First Republic Bank Seized and Sold to JPMorgan Chase: Second-Largest Bank Failure in US History

On Monday morning, First Republic Bank was seized by the Federal Deposit Insurance Corp. (FDIC) and sold to JPMorgan Chase & Co. as part of an auction.[0] The bank had been teetering for weeks, with depositors pulling almost half their money, and its stock had plummeted. JPMorgan Chase acquired $173 billion of loans and $30 billion of securities in the deal, making it the second-largest bank failure in US history, following Washington Mutual in 2008. First Republic is the third big bank failure in just two months, following Silicon Valley Bank and Signature Bank.[1] The FDIC estimates that the cost to its Deposit Insurance Fund will be around $13 billion.[1] This agreement represents the US's second-largest bank collapse to date and the third one this year. This puts the March banking crisis back in the spotlight after a period of relative calm since the failures of Silicon Valley Bank and Signature Bank.[2]

JPMorgan Chase was one of the banks that contributed part of the $30 billion in March.[3] It is buying about $173 billion of the bank’s loans, including its commercial real estate loan book, and $30 billion in securities.[0] The shareholders of First Republic will face complete loss, while JPMorgan will remit $10.6 billion to the insurance fund of the government.[4] The FDIC agreed to provide JPMorgan with $50 billion in long-term loans and take on 80% of any losses that JPMorgan suffers in the next five years on loans that First Republic made to companies, and the same for the next seven years for residential mortgages.[4]

However, this deal has raised concerns among some analysts and politicians. Senator Elizabeth Warren tweeted that the failure of First Republic Bank shows how deregulation has made the too-big-to-fail problem even worse.[5] A poorly supervised bank was snapped up by an even bigger bank, ultimately leaving taxpayers on the hook.[6] The banking system is in dire need of significant reforms that only Congress can implement.[5]

The analogy of bigger fish is also relevant in the case of bank failures.[7] Just one month ago, the midsize Silicon Valley Bank (assets $209 billion) was the second-largest bank failure in US history. Now First Republic is the second-largest, after Washington Mutual in 2008 (assets: $307 billion).[7] It confirms two old truths. Due to their inherent fragility, banks are susceptible to sudden runs by depositors which can quickly cripple them.[4] The second fact is that in the event of a major bank's impending failure, the federal government typically intervenes by either providing guarantees or utilizing taxpayers' funds. This is due to concerns that an unregulated downfall could result in widespread panic and trigger a financial crisis throughout the entire economy.[4]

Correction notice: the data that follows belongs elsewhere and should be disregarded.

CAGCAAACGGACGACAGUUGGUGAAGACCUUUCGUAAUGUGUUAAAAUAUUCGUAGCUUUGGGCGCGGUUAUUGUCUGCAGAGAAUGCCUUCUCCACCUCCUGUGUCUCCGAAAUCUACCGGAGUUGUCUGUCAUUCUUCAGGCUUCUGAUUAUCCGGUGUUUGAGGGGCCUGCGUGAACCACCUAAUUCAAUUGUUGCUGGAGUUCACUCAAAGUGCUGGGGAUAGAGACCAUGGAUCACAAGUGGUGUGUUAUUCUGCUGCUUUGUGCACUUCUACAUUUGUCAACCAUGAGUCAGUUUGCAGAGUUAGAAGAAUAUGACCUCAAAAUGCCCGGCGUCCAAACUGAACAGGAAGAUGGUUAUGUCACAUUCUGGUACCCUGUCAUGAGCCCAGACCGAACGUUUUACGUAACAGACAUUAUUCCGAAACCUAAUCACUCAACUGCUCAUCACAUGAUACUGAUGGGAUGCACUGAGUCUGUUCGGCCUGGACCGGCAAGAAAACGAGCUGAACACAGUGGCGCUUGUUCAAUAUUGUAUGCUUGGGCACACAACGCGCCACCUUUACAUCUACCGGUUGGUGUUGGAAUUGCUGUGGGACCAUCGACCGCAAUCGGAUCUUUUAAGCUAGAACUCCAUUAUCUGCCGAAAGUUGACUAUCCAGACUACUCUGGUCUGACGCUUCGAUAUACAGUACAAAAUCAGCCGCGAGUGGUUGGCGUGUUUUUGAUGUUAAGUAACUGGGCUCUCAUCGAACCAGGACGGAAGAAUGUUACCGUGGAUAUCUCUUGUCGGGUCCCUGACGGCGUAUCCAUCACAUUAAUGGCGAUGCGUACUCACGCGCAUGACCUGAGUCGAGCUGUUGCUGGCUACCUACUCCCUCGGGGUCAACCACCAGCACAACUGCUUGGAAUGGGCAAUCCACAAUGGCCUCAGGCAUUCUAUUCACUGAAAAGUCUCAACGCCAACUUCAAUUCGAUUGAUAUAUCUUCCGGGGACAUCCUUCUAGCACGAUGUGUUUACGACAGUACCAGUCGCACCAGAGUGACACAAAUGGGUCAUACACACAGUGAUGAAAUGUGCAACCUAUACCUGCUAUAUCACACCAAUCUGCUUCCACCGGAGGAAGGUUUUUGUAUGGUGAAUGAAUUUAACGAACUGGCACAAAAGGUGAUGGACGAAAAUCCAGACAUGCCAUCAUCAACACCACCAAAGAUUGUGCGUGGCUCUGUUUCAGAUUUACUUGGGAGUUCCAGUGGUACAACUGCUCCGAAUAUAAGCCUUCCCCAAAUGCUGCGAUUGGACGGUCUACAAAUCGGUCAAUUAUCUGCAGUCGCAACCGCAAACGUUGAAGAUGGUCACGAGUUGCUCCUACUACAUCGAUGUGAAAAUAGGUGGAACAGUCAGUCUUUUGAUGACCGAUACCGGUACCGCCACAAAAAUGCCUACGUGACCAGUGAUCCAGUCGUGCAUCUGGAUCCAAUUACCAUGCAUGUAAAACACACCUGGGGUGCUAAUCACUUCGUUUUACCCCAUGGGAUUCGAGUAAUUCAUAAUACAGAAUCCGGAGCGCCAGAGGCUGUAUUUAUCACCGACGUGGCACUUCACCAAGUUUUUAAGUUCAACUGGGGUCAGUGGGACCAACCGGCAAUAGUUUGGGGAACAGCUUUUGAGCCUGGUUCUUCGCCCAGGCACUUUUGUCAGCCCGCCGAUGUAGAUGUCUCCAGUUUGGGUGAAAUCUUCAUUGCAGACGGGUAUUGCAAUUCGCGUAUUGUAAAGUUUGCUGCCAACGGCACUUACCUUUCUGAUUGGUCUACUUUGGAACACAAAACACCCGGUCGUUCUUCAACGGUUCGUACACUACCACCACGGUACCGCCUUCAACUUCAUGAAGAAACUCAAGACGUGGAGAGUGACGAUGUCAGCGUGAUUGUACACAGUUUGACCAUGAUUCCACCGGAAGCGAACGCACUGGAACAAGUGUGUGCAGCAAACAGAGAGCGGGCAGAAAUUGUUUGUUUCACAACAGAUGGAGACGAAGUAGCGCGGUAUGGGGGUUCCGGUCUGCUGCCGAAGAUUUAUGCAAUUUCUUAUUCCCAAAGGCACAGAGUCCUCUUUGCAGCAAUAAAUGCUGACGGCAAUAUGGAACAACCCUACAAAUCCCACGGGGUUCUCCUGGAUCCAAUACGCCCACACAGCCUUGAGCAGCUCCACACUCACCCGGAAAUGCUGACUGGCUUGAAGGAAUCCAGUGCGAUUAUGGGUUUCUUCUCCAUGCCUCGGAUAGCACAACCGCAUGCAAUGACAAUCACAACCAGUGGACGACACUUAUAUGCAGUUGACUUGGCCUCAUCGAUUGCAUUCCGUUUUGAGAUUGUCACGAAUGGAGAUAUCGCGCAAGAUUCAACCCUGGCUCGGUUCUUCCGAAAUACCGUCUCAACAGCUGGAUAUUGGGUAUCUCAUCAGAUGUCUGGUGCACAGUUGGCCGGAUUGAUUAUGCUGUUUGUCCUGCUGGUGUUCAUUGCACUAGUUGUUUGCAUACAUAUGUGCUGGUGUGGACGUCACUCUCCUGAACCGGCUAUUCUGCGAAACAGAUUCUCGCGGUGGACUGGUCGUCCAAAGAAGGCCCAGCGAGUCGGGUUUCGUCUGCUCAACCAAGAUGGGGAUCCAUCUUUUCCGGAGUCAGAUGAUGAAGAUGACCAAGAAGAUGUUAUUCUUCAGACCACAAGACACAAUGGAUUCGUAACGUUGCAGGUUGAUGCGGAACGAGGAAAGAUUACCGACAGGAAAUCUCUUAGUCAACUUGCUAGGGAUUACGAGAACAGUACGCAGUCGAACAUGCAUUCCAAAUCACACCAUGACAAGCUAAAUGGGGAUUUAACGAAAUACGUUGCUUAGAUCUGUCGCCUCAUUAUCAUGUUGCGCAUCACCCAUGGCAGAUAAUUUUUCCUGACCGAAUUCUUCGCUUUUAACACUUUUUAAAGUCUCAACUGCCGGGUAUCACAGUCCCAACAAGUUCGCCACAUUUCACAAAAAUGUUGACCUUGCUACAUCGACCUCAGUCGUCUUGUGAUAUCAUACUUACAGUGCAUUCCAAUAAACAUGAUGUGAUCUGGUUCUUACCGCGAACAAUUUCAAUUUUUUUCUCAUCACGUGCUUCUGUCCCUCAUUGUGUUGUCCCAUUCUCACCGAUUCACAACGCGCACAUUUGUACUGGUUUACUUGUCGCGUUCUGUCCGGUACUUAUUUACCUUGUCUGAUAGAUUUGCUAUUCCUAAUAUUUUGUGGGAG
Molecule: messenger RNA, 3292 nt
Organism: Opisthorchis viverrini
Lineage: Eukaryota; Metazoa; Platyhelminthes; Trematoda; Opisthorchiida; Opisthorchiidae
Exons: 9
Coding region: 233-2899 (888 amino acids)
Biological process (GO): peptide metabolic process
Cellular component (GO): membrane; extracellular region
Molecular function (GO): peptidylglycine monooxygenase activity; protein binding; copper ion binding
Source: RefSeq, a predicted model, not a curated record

0. “What First Republic's Sale to JPMorgan Means for Real Estate” The Real Deal, 1 May. 2023,

1. “‘Other problems might be lurking': Strategist is unconvinced by Jamie Dimon's bank crisis comments” CNBC, 2 May. 2023,

2. “First Republic’s Jumbo Mortgages Brought On Bank’s Failure” Yahoo Finance, 1 May. 2023,

3. “Citizens, PNC, UMB Stock Plummet After First Republic’s Epic Failure—Here Are The Bank Stocks That Are Plunging” Forbes, 1 May. 2023,

4. “Deregulating Banks Is Dangerous” The New Yorker, 1 May. 2023,

5. “First Republic fallout: Democrats fume as regulators bail out yet another failed bank” The Hill, 1 May. 2023,

6. “Why JPMorgan's deal for a failing bank has Elizabeth Warren upset” POLITICO, 1 May. 2023,

7. “The Executives Who Got Rich While Their Banks Collapsed” The New Republic, 2 May. 2023,

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